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When Markets Misfire: Carbon Credits and the Case of HFC-23

J. Mijin Cha

One of the strongest arguments against implementing a cap-and-trade scheme is that it is difficult to structure a program in a way that will meaningfully decrease greenhouse gas emissions due to pushback from entrenched interests. For instance, greenhouse gase emitters want the cap on gas emissions to be high and many credits to be given away, which doesn’t really do anything to decrease emissions but keeps credits fairly cheap to purchase and decreases costs to emitters.

In fact, there is another, more damaging reality to a carbon credit scheme that has been going on for several years. Under the Kyoto Protocol’s Clean Development Mechanism, investors in countries with emissions reductions targets can buy carbon credits to offset their emissions by investing in projects that reduce emissions in developing countries. In theory, developing countries get technology and capital transfers and developed countries can offset their emissions. This, of course, incentivizes developed countries to invest in these projects instead of significantly decreases their own emissions. It also, as it turns out, created a market for increasing the manufacturing of greenhouse and ozone destroying gases.

Manufacturers producing the gases used in air-conditioning and refrigeration figured out that they could earn more than 11,000 credits by destroying a ton of a waste gas, HFC-23, released during the manufacturing of a widely used coolant gas, versus one carbon credit for eliminating one ton of carbon dioxide. As a result, production of coolant gas has increased, even though the coolant itself destroys the ozone layer and is meant to be phased out under the Montreal Protocol.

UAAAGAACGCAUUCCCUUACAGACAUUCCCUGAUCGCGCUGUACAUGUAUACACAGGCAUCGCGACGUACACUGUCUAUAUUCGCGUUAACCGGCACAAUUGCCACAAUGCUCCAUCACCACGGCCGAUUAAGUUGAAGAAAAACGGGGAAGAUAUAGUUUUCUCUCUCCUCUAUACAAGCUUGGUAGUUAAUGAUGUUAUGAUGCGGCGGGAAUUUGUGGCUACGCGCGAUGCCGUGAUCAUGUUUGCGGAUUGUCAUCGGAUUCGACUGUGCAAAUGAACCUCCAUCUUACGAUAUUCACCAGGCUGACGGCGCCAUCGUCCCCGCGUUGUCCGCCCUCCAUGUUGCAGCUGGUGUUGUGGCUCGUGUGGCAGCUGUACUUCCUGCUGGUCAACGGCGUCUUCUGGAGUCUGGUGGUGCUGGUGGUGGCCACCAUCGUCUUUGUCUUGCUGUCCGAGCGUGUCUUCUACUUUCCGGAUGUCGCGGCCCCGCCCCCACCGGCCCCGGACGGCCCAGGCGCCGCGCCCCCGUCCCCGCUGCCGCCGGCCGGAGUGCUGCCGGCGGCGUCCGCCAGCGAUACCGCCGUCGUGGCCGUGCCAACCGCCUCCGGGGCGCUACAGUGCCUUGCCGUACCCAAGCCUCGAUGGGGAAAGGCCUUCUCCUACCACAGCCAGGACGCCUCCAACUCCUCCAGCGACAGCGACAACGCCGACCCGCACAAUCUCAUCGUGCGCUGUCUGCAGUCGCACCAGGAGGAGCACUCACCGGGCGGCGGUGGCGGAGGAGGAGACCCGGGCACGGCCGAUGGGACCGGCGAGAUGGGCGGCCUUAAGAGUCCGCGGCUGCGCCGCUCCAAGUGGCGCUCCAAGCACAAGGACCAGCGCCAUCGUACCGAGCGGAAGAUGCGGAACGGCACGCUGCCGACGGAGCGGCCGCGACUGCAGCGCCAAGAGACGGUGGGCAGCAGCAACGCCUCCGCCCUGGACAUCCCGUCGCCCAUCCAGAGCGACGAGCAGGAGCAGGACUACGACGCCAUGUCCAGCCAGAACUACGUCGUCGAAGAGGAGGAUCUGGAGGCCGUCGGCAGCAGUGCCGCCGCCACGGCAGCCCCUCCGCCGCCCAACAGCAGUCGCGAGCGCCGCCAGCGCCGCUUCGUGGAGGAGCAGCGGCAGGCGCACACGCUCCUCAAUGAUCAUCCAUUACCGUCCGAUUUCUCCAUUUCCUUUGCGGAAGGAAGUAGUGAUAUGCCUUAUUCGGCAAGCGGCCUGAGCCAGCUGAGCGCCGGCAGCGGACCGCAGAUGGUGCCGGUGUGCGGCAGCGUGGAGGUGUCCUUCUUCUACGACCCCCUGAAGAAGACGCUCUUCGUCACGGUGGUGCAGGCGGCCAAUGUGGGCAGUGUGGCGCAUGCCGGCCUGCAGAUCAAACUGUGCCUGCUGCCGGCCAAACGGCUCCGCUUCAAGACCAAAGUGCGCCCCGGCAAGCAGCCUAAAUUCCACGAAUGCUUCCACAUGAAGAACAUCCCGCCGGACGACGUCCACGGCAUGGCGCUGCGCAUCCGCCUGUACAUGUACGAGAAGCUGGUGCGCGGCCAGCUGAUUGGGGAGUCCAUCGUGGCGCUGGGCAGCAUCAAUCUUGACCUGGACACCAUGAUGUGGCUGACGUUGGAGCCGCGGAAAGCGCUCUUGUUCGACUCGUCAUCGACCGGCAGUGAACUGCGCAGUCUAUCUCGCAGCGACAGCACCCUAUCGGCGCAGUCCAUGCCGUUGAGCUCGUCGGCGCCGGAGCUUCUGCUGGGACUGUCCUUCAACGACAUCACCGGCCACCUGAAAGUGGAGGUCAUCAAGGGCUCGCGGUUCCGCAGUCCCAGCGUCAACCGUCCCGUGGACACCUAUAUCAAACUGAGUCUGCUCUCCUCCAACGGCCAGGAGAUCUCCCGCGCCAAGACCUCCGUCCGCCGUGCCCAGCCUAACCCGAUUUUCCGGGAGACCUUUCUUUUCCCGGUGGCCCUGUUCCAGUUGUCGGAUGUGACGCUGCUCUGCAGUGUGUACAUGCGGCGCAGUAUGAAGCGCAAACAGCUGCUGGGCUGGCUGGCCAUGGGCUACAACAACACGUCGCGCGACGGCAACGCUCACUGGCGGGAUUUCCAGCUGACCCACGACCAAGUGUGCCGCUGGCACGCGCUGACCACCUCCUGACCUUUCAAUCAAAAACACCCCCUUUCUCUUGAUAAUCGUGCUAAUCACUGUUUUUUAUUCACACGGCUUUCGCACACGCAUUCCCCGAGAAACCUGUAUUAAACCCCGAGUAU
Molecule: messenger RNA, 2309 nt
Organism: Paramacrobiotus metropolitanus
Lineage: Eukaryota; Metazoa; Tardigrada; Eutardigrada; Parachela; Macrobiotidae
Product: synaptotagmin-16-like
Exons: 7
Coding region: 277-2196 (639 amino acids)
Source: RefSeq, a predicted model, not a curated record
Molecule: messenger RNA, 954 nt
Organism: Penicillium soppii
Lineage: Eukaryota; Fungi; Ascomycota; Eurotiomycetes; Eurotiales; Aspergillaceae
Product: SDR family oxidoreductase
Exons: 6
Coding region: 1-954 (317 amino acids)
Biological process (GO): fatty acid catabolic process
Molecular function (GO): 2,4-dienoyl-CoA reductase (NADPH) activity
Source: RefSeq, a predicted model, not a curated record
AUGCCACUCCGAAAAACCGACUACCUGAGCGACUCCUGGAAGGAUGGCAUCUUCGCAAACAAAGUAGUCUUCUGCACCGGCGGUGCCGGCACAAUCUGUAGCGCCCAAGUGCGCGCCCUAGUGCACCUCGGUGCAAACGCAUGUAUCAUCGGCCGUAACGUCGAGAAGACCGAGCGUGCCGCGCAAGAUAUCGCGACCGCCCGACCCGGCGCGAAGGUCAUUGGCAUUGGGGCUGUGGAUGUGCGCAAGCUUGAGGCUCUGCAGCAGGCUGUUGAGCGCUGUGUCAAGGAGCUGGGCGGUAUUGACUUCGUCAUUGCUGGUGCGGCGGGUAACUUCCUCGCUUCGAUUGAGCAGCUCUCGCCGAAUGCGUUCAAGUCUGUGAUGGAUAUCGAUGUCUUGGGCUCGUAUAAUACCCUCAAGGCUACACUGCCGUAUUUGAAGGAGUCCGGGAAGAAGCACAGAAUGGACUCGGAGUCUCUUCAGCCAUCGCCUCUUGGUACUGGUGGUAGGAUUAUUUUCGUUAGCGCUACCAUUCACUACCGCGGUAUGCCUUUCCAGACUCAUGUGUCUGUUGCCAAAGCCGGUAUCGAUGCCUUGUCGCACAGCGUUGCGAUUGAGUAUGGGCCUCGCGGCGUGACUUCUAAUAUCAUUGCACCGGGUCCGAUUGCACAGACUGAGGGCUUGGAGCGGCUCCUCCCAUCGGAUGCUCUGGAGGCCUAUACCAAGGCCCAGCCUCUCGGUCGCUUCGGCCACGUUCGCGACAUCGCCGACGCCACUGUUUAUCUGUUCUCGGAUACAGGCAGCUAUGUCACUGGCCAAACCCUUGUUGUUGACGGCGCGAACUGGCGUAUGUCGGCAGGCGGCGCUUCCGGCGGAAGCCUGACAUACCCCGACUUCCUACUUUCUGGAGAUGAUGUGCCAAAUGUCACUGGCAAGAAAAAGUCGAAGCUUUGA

Since 2005, 46 percent of all carbon credits have been awarded to 19 coolant factories. The money plants get from carbon credits is largely pure profit and each plant is estimated to have earned an average of $20 to $40 million a year just from destroying HFC-23. Companies earn twice as much from the credits as from producing the coolant itself and plant processes are deliberately inefficient in order to produce as much waste as possible. The program is so lucrative that when faced with proposals to close this loophole, manufacturers have threatened to just release the gas into the atmosphere if the program were to be stopped. While that practice is illegal in most countries, it remains legal in India and China where a number of plants are located.

The disastrous consequences of the CDM program are a good example of what happens when policy bends too much towards accommodating those whose behaviors are targeted. The ultimate goal of pacts like Kyoto is to decrease greenhouse gas emissions. The most straight-forward way is to tax emissions to incentive changes in behavior. We’ve talked about the benefits -- both environmental and economic -- that comes with taxing bad behavior. In contrast, offering an option to pay your way out of behavior changes is not going to work. We’ve talked extensively about how there is no market incentive for things like environmental protection. The HFC-23 example shows that very clearly.

The HFC-23 example also shows market reality: As long as profit is the main motivation, there will always be an interest wiling to do whatever it takes to increase their profits, even if it means exploiting a provision meant to decrease emissions to do the exact opposite and cause more harm than good. We need sticks, not carrots, to change this reality.